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2006 United States Senate election in Tennessee

From Wikipedia, the free encyclopedia

2006 United States Senate election in Tennessee

← 2000 November 7, 2006 2012 →
Bobcorker (cropped).jpg
Harold Ford, Congressional photo portrait.jpg
Nominee Bob Corker Harold Ford Jr.
Party Republican Democratic
Popular vote 929,911 879,976
Percentage 50.7% 48.0%

Tennessee Senate Election Results by County, 2006.svg
County results
Corker:      40–50%      50–60%      60–70%
Ford:      40–50%      50–60%      60–70%

U.S. senator before election

Bill Frist

Elected U.S. Senator

Bob Corker

The 2006 United States Senate election in Tennessee was held November 7, 2006. Incumbent Republican Senator Bill Frist, the Majority Leader, retired after two terms in office. The open seat was won by Republican nominee Bob Corker, who defeated Democratic nominee Harold Ford Jr.. The race between Ford and Corker was one of the most competitive Senate races of 2006, with Corker winning the race by less than three percent of the vote. Corker was the only non-incumbent Republican to win a U.S. Senate seat in 2006. Since 1994, the Republican Party has held both of Tennessee's U.S. Senate seats.

This election is also notable for being the last time Grundy County has voted for the Democratic candidate in a statewide election.

Democratic primary



Ford is known nationally for his keynote address at the 2000 Democratic National Convention in Los Angeles, and for a challenge to Nancy Pelosi for leadership of the House Democrats. Kurita, a six-term state Senator from Clarksville, Tennessee dropped out of the race in early April 2006. No official reason was given, but Ford enjoyed substantial support from Democratic leaders in Washington and Nashville and held a substantial lead in fundraising.


Democratic primary results
Party Candidate Votes %
Democratic Harold Ford Jr. 333,789 79.10%
Democratic Gary Gene Davis 41,802 9.91%
Democratic John Jay Hooker 27,175 6.44%
Democratic Charles Smith 14,724 3.49%
Democratic Alvin Strauss 4,410 1.05%
Total votes 421,900 100

Republican primary



Election winner Bob Corker.
Election winner Bob Corker.

Only 11 percent of Tennesseans knew who Corker was when he began running for the Senate race.[1] All three have run statewide campaigns in the past, albeit unsuccessful ones: Bryant for the 2002 Republican Senate nomination, losing to Lamar Alexander; Corker for the U.S. Senate in 1994, losing to Frist in the Republican primary; and Hilleary for Tennessee Governor in 2002, losing to Democrat Phil Bredesen.


The three Republican candidates met for a debate at the University of Tennessee campus in Knoxville on June 29, 2006. All three candidates expressed skepticism regarding global warming and recent publication of scientific consensus on the issue, supported continued American involvement in Iraq, opposed income tax increases, and "showed varying degrees of interest in replacing the federal income tax with a national sales tax," prompting Corker to state in his closing statement "[t]here's not any difference, that I can tell, on the issues."[2]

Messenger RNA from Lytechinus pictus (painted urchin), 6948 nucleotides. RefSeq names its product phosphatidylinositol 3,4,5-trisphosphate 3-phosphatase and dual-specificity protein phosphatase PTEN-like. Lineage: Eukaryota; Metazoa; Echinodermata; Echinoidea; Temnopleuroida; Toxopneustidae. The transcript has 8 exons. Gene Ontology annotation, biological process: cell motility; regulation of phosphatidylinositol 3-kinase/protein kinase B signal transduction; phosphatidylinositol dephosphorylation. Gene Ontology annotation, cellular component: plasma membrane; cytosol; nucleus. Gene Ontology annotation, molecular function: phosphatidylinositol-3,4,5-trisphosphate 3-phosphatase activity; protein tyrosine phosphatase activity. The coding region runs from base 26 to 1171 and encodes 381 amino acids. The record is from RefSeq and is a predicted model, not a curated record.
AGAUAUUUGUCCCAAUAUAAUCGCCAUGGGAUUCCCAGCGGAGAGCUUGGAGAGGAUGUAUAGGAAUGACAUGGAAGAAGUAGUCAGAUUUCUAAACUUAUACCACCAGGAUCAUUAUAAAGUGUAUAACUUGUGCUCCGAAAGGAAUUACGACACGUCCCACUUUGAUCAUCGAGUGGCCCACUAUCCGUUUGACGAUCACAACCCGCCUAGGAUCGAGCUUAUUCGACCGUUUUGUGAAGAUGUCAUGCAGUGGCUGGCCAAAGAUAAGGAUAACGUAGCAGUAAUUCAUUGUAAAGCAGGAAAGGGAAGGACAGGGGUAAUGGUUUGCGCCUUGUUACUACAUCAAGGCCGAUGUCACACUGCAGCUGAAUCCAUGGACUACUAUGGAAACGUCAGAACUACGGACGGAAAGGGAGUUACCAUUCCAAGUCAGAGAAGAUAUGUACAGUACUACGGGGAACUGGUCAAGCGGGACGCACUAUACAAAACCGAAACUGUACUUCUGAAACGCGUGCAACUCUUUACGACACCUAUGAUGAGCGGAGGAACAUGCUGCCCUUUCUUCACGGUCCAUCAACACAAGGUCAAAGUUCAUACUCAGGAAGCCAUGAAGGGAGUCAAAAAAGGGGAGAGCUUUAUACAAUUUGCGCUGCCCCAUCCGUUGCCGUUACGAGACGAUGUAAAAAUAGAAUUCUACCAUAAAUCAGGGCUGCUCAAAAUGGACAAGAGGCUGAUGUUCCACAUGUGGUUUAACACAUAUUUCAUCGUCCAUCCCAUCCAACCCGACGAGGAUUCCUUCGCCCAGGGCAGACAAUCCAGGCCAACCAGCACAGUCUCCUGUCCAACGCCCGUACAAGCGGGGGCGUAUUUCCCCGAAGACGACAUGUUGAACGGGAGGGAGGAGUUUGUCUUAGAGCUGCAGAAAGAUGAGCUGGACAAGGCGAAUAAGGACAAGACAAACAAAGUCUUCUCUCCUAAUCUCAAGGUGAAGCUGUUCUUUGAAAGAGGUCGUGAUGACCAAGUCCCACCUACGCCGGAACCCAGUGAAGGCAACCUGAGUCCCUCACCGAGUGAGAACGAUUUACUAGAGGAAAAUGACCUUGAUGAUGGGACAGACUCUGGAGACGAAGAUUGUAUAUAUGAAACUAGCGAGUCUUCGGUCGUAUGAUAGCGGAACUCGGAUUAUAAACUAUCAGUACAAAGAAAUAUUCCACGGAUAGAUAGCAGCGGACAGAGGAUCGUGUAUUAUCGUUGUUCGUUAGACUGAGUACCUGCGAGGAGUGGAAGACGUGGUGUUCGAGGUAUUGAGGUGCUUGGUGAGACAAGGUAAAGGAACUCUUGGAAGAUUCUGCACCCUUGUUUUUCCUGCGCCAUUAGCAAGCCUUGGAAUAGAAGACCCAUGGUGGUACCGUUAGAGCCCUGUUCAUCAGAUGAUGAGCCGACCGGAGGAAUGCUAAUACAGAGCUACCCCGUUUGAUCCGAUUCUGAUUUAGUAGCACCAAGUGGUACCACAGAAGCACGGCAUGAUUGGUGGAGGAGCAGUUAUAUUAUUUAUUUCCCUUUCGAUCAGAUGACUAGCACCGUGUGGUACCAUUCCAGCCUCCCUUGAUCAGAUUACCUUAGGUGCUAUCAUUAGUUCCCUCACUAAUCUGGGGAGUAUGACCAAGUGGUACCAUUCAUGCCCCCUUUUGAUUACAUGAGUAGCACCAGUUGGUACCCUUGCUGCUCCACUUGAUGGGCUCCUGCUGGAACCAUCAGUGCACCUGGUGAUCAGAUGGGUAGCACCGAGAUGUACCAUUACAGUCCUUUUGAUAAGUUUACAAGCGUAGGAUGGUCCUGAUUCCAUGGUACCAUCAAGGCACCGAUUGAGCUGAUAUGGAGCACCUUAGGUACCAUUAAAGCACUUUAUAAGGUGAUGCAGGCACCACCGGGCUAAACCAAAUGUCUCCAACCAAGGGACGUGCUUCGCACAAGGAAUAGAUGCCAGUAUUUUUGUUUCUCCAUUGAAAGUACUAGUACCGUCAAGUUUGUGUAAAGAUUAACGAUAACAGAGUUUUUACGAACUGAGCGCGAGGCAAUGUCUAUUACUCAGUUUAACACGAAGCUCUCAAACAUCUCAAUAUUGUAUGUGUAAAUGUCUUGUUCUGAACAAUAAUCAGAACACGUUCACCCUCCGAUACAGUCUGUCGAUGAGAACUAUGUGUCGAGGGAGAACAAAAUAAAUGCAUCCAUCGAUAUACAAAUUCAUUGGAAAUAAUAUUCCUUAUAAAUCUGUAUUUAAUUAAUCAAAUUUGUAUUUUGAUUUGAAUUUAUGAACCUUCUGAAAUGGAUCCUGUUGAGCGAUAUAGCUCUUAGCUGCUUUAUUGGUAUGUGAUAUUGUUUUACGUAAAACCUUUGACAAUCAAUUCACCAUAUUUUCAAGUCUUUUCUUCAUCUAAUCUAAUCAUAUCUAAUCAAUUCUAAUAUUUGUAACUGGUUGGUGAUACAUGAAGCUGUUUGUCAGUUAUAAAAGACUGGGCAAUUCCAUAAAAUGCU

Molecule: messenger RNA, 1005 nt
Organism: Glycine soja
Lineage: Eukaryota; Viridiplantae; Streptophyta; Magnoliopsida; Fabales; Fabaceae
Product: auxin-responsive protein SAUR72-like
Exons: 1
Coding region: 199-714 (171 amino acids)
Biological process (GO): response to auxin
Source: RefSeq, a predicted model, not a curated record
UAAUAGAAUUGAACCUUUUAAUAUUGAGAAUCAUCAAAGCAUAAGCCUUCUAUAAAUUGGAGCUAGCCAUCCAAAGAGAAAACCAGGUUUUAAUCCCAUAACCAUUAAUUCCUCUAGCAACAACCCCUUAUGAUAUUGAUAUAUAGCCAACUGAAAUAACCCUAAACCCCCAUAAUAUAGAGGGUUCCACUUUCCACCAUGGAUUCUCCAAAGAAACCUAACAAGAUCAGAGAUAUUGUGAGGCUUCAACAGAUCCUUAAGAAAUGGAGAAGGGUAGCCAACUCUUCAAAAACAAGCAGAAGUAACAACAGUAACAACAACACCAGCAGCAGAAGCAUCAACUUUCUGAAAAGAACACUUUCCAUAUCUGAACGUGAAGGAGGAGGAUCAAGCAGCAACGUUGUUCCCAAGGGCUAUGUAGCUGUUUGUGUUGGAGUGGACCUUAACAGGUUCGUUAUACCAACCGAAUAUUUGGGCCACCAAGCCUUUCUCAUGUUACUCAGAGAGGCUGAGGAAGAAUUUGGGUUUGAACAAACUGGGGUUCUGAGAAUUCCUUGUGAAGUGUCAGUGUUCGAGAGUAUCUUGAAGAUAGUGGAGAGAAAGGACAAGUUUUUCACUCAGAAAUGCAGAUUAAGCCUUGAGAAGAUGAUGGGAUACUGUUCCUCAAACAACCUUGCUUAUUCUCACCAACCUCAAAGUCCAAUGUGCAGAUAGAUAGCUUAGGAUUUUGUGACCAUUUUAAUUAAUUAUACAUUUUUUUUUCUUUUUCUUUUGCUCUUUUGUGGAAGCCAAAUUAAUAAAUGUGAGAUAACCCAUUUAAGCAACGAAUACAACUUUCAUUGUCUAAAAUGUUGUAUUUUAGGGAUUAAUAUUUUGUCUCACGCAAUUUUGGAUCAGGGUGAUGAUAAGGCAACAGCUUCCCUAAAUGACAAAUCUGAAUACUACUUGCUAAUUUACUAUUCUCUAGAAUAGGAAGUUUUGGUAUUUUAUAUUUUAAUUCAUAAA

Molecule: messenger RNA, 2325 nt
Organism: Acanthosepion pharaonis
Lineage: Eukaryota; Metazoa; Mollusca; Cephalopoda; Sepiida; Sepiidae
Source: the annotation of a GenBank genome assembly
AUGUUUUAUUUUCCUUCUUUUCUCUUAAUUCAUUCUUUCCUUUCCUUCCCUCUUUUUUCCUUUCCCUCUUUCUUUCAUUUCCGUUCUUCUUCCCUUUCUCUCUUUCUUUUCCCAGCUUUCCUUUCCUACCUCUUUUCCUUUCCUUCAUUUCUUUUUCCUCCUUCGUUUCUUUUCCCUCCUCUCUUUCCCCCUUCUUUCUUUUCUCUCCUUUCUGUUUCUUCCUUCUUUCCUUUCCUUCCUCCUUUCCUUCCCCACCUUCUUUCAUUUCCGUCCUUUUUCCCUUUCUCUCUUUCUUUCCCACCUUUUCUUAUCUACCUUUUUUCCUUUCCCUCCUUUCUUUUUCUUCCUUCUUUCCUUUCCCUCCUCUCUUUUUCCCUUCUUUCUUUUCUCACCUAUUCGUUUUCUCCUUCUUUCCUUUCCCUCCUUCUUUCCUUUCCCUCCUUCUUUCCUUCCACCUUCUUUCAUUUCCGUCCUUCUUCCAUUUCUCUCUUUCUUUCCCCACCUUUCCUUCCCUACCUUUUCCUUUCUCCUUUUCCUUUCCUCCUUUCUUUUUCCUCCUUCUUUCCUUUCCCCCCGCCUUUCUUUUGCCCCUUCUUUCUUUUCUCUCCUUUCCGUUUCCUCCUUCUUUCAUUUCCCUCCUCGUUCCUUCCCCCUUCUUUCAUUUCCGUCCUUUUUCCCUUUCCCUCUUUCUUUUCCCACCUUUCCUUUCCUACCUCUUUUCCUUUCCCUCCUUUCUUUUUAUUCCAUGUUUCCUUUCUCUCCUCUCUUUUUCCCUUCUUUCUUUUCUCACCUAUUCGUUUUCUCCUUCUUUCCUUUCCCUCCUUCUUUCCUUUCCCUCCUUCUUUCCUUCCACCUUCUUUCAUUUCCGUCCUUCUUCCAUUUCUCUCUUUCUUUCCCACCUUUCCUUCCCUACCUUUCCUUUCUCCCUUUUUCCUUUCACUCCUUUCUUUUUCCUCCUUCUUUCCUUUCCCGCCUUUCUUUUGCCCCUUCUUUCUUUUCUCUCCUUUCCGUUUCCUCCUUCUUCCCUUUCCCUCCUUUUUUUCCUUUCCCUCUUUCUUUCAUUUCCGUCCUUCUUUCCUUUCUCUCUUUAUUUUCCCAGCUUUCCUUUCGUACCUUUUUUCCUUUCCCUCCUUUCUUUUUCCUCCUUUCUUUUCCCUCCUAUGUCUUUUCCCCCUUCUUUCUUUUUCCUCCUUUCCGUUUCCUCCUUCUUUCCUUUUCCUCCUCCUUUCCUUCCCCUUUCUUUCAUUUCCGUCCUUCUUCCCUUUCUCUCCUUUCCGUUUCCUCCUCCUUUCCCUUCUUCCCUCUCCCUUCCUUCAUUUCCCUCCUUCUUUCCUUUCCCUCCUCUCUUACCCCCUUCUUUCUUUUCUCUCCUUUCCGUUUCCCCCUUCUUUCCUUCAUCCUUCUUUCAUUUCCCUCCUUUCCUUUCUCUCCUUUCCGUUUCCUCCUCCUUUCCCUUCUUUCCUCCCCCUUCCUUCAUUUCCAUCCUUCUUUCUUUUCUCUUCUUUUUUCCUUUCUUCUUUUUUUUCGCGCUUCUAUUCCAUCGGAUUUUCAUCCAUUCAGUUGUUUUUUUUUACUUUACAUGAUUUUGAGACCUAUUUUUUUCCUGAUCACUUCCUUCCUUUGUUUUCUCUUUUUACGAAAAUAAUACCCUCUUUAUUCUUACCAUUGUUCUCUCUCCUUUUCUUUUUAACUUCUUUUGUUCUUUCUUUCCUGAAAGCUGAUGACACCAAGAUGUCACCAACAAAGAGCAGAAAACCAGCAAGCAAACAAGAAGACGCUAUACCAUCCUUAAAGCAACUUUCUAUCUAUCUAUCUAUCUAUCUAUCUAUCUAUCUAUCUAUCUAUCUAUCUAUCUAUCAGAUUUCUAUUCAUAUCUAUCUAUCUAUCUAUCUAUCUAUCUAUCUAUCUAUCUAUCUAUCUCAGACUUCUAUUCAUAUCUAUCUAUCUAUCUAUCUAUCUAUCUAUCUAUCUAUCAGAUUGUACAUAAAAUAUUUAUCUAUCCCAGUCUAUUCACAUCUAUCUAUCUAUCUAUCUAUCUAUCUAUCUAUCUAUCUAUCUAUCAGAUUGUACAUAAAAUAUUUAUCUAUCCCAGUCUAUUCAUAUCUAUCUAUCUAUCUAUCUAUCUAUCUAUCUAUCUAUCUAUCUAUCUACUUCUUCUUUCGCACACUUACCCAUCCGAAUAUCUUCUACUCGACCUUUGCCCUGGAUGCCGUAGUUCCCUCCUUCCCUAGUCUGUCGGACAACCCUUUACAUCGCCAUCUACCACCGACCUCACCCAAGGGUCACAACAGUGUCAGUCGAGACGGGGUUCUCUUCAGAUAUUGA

Source Date Hilleary Bryant Corker Other Undecided
City Paper/Supertalk 99.7 WTN May 9, 2006 34% 23% 19% 24%
SurveyUSA May 16, 2006 40% 28% 23% 9%
SurveyUSA May 23, 2006 28% 23% 38% 8%
University of Tennessee July 20, 2006 15% 26% 37% 4% 17%
Mason-Dixon/Chattanooga Times Free Press[permanent dead link] July 23, 2006 22% 23% 39% 16%
SurveyUSA July 24, 2006 15% 29% 49% 3% 4%
SurveyUSA August 2, 2006 20% 31% 45% 1% 3%


Republican primary results
Party Candidate Votes %
Republican Bob Corker 231,541 48.13%
Republican Ed Bryant 161,189 33.50%
Republican Van Hilleary 83,078 17.27%
Republican Tate Harrison 5,309 1.10%
Total votes 481,117 100

General election




  • Ed Choate (I)[3]
  • Gary Keplinger (I)[4]
  • Bo Heyward (I)
  • Chris Lugo (G), peace activist
  • David "None of the Above" Gatchell (I)[5]



Harold Ford Jr. on the campaign trail
Harold Ford Jr. on the campaign trail

Not long after Corker's primary victory was assured, Ford, at a rally of his supporters attended by Bill Clinton, challenged Corker to seven televised debates across the state. In response, Corker said he will debate Ford but did not agree to Ford's request of seven debates.[7] Both of Corker's primary opponents endorsed Corker immediately after they conceded the race.[7]

On August 8, 2006, the Tennessee Democratic Party filed a complaint with the Federal Election Commission against Corker for allegedly violating campaign financial disclosure rules.[8]